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PLN wins WA DOC public records case - $541,000 in damages and atty fees

Olympian, Jan. 1, 2007. http://www.theolympian.com/news/story/130219.html
PLN wins WA DOC public records case - $541,000 in damages and atty fees - Olympian 2007

Published June 09, 2007

Prisons must pay for delay on records

Brad Shannon

Washington’s prison system must pay $541,155 in fines and legal fees to a prison-issues newspaper that had to wait five years to receive public information about medical personnel who injured inmates.

Judge Anne Hirsch approved the settlement Friday in Thurston County Superior Court.

“I think it is the biggest public-records judgment in the state,” said Seattle lawyer Michele Earl-Hubbard, who negotiated and signed the agreement for Prison Legal News, a Seattle-based publication founded by a former inmate. “The biggest thing is it begins to show agencies that if you do delay and do not turn over records, you will have to pay dollars,” Earl-Hubbard added. “The unfortunate thing to me is, it isn’t their money; it is taxpayers’ money.”

Department of Corrections spokesman Gary Larson disagreed.

“We believe we were acting responsibly and within the law. … Two lower courts agreed with us,” he said.

Larson said he does not know how or from where the agency will find the money to pay the judgment.

It includes $200,000 in penalties to the newspaper for late disclosure of documents and $337,6646 for legal costs to Earl-Hubbard’s firm, Davis Wright Tremaine.

State Auditor Brian Sonntag, who is on the board of the open-government coalition, said he hopes the judgment grabs agencies’ attention, including that of local governments.

“What I hope comes from this is an increased sensitivity to public records and public information being readily made available to the public. This will be a very visible lesson to state agencies and local government that public means public,” Sonntag said. “The bottom line is it gets down to the mindset: Are we going to look for ways to make information available to the public or ways to find exemptions?”

Paul Wright wrote in an e-mail he intends to use the money to buy an office for his paper in Seattle. And he thanked the Davis Wright Tremaine firm for taking on the case without promise of payment during years the outcome was in doubt.

The case grew out of a 2000 request from Prison Legal News, which Wright founded while serving 17 years in prison for a felony murder in Washington. The newspaper reports on prison issues nationwide and circulates about 6,000 papers, Wright said.

Wright filed two records requests that were in dispute. He sought information about DOC employees who worked under restricted medical licenses because of past misconduct or whose care injured patients, including some patients who died in custody.

State prison officials provided more than 1,200 pages of documents in 2001 that had the names of prison workers, patients and witnesses blacked out. The “redacting” of names was necessary to protect the safety of staff, inmates and witnesses, the agency claimed.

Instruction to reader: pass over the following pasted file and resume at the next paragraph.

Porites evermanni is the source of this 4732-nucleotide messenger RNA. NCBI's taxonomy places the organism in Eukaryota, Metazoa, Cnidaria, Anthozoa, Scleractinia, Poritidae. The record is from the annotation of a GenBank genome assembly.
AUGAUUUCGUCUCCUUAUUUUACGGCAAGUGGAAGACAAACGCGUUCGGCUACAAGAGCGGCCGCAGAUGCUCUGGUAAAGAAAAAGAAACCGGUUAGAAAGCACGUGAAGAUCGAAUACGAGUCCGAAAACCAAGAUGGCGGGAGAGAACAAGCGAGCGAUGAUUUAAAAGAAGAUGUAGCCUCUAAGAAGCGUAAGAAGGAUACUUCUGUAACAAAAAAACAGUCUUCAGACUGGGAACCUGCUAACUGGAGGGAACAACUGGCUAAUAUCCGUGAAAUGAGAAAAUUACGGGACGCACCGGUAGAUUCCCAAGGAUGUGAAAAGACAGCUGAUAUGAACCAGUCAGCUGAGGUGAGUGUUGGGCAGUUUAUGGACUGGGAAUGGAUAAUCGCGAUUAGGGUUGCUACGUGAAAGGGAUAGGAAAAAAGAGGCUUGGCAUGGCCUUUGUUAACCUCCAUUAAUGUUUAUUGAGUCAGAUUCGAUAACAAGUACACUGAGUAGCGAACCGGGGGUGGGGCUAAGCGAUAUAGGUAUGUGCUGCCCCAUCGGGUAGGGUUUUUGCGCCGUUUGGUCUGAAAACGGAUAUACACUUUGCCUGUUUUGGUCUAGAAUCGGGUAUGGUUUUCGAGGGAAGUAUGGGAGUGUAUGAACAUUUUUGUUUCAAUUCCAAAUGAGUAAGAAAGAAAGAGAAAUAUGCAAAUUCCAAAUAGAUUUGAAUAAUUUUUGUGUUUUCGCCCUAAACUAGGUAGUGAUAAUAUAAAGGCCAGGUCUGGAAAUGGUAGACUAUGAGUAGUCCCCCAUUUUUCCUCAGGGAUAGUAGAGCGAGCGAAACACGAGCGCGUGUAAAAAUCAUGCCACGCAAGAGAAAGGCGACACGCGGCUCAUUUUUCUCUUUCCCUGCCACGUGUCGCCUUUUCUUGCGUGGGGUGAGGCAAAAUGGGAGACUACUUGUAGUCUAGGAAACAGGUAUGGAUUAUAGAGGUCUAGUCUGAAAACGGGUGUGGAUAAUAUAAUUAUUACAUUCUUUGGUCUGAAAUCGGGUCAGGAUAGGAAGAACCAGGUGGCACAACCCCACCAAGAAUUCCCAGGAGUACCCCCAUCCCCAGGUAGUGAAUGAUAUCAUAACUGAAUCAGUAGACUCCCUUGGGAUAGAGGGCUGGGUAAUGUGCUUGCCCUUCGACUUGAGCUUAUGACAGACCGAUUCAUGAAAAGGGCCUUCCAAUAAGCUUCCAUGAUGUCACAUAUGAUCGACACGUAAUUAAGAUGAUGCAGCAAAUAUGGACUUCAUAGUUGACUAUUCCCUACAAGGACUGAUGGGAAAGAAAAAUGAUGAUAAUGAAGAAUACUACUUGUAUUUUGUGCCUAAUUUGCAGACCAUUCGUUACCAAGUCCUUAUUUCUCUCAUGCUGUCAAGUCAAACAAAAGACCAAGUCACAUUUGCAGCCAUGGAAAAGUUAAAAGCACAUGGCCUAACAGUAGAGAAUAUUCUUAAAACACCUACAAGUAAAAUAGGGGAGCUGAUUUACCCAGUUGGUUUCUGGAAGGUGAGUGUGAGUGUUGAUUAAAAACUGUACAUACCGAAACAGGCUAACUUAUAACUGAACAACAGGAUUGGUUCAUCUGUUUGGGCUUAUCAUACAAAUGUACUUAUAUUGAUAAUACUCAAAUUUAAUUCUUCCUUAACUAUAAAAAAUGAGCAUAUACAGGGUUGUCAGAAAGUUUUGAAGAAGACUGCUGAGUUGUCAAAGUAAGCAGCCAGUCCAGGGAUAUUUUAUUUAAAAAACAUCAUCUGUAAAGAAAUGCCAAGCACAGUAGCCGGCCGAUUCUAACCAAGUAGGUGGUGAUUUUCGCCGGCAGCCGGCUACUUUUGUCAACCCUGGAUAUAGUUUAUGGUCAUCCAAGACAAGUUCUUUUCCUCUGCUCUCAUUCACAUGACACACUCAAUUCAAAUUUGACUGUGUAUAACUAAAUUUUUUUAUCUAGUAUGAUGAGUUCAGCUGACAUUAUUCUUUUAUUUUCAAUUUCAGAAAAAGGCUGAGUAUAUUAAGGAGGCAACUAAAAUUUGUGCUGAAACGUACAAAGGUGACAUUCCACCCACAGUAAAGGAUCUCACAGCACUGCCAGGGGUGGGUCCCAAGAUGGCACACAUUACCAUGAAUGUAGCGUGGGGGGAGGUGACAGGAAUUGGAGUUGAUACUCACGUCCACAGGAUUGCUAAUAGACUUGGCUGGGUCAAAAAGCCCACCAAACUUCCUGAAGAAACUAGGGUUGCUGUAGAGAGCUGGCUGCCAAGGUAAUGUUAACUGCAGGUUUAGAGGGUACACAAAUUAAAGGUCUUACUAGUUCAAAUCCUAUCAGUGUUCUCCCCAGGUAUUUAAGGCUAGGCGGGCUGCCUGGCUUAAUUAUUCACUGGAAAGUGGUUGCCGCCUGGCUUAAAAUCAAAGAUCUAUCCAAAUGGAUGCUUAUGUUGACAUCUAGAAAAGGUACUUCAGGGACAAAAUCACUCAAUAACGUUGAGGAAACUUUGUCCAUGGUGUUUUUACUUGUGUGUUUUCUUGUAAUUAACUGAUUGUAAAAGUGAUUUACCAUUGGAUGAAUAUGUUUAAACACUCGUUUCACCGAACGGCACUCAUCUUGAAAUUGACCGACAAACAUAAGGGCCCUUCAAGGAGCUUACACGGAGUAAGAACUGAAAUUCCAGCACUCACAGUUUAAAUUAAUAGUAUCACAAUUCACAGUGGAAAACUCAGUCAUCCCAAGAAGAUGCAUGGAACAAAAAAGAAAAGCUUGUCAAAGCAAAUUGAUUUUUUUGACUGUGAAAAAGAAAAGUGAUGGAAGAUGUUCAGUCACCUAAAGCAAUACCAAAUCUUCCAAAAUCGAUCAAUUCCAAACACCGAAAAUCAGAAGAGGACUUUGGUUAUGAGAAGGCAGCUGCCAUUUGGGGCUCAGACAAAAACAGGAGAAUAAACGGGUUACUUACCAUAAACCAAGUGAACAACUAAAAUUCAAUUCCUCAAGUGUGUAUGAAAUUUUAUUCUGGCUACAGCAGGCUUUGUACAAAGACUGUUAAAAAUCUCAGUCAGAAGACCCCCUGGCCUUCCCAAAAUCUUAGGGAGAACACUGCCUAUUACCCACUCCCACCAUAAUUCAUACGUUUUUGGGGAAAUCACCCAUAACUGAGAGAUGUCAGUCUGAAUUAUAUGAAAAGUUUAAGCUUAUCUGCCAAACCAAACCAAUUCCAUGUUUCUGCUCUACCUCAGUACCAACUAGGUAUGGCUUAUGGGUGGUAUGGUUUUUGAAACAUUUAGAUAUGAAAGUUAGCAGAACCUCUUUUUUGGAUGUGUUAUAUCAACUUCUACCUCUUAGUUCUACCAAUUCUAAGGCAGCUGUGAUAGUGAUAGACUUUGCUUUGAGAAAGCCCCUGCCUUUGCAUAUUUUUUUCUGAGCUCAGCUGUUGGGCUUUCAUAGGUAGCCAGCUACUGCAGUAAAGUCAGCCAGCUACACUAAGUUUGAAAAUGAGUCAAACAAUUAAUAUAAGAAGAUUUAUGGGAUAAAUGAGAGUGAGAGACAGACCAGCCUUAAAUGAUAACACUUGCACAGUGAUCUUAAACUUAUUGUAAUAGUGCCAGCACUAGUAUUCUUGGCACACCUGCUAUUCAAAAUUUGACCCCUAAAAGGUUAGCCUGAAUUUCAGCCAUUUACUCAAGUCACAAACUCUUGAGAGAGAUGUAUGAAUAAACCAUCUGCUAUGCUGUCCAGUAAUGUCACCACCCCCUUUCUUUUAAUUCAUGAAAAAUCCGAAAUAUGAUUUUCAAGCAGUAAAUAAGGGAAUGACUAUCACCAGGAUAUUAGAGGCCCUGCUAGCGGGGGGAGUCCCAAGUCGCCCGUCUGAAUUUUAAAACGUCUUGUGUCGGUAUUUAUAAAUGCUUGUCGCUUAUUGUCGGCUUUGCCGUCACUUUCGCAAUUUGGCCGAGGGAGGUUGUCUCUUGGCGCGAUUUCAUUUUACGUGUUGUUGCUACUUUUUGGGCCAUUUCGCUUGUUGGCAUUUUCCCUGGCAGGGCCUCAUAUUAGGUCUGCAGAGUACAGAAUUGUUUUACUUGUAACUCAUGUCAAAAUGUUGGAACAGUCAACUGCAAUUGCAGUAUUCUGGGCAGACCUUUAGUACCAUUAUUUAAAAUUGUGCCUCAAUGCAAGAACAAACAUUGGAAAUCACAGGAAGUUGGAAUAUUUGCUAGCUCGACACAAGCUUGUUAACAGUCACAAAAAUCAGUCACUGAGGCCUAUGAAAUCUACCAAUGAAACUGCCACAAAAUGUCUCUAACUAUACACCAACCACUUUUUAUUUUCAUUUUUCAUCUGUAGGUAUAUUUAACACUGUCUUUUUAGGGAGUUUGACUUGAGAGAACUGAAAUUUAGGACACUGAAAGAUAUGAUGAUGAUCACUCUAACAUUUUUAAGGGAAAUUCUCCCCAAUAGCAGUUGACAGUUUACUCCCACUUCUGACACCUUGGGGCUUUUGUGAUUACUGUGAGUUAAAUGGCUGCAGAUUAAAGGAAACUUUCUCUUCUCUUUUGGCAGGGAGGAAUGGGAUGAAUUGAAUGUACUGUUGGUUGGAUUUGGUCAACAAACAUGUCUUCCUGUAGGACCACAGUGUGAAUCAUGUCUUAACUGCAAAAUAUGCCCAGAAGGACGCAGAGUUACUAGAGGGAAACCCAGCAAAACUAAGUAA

After the Supreme Court ordered the documents released in 2005, DOC took 266 days to provide some documents, and 19 were discovered to have been damaged while the case was on appeal. The biggest penalties of $100 per day were paid for the damaged records — which had names blacked out on original copies and were reconstructed by holding them up to light.

Larson and assistant attorney general Pete Berney, who signed the settlement agreement, said much of the delay occurred when the public- records dispute was on appeal from 2002 to 2005. That was after Thurston County Judge Tom McPhee ruled that the agency was right to black out the names of medical personnel, victims and witnesses; an appeals court later agreed.

The Supreme Court reversed the case in April 2005 on a 6-to-3 decision authored by Justice Richard Sanders; Justice Mary Fairhurst wrote the dissent.

Once the Supreme Court ruled, Larson and Berney said the DOC needed time to review the documents again for redactions; they also needed time to let personnel named in the documents have a chance to seek court action, and other staff needed to reconstruct the damaged papers.

“All those are reasons that it took the time that it did from the time of the Supreme Court decision until April 2006,” Larson said. “It wasn’t an attempt to delay the production of these records …”

Wright, who lives in Vermont, said that records eventually showed that the state disciplined 14 medical staffers for treatment of two inmates who died and eight more who had serious injuries. He said the judgment means DOC has now paid his newspaper close to $1.3 million in the past decade for various judgments he has won.

Larson said he could only verify a portion of that, including $412,000 in settlements of bulk-mail disputes involving the newspaper in 2000 and 2005.

Earl-Hubbard has done work for other media companies in the Northwest, including The Olympian, on public records issues. She also is past president of the Washington Coalition for Open Government, which advocates for more disclosure of government records.


 


 

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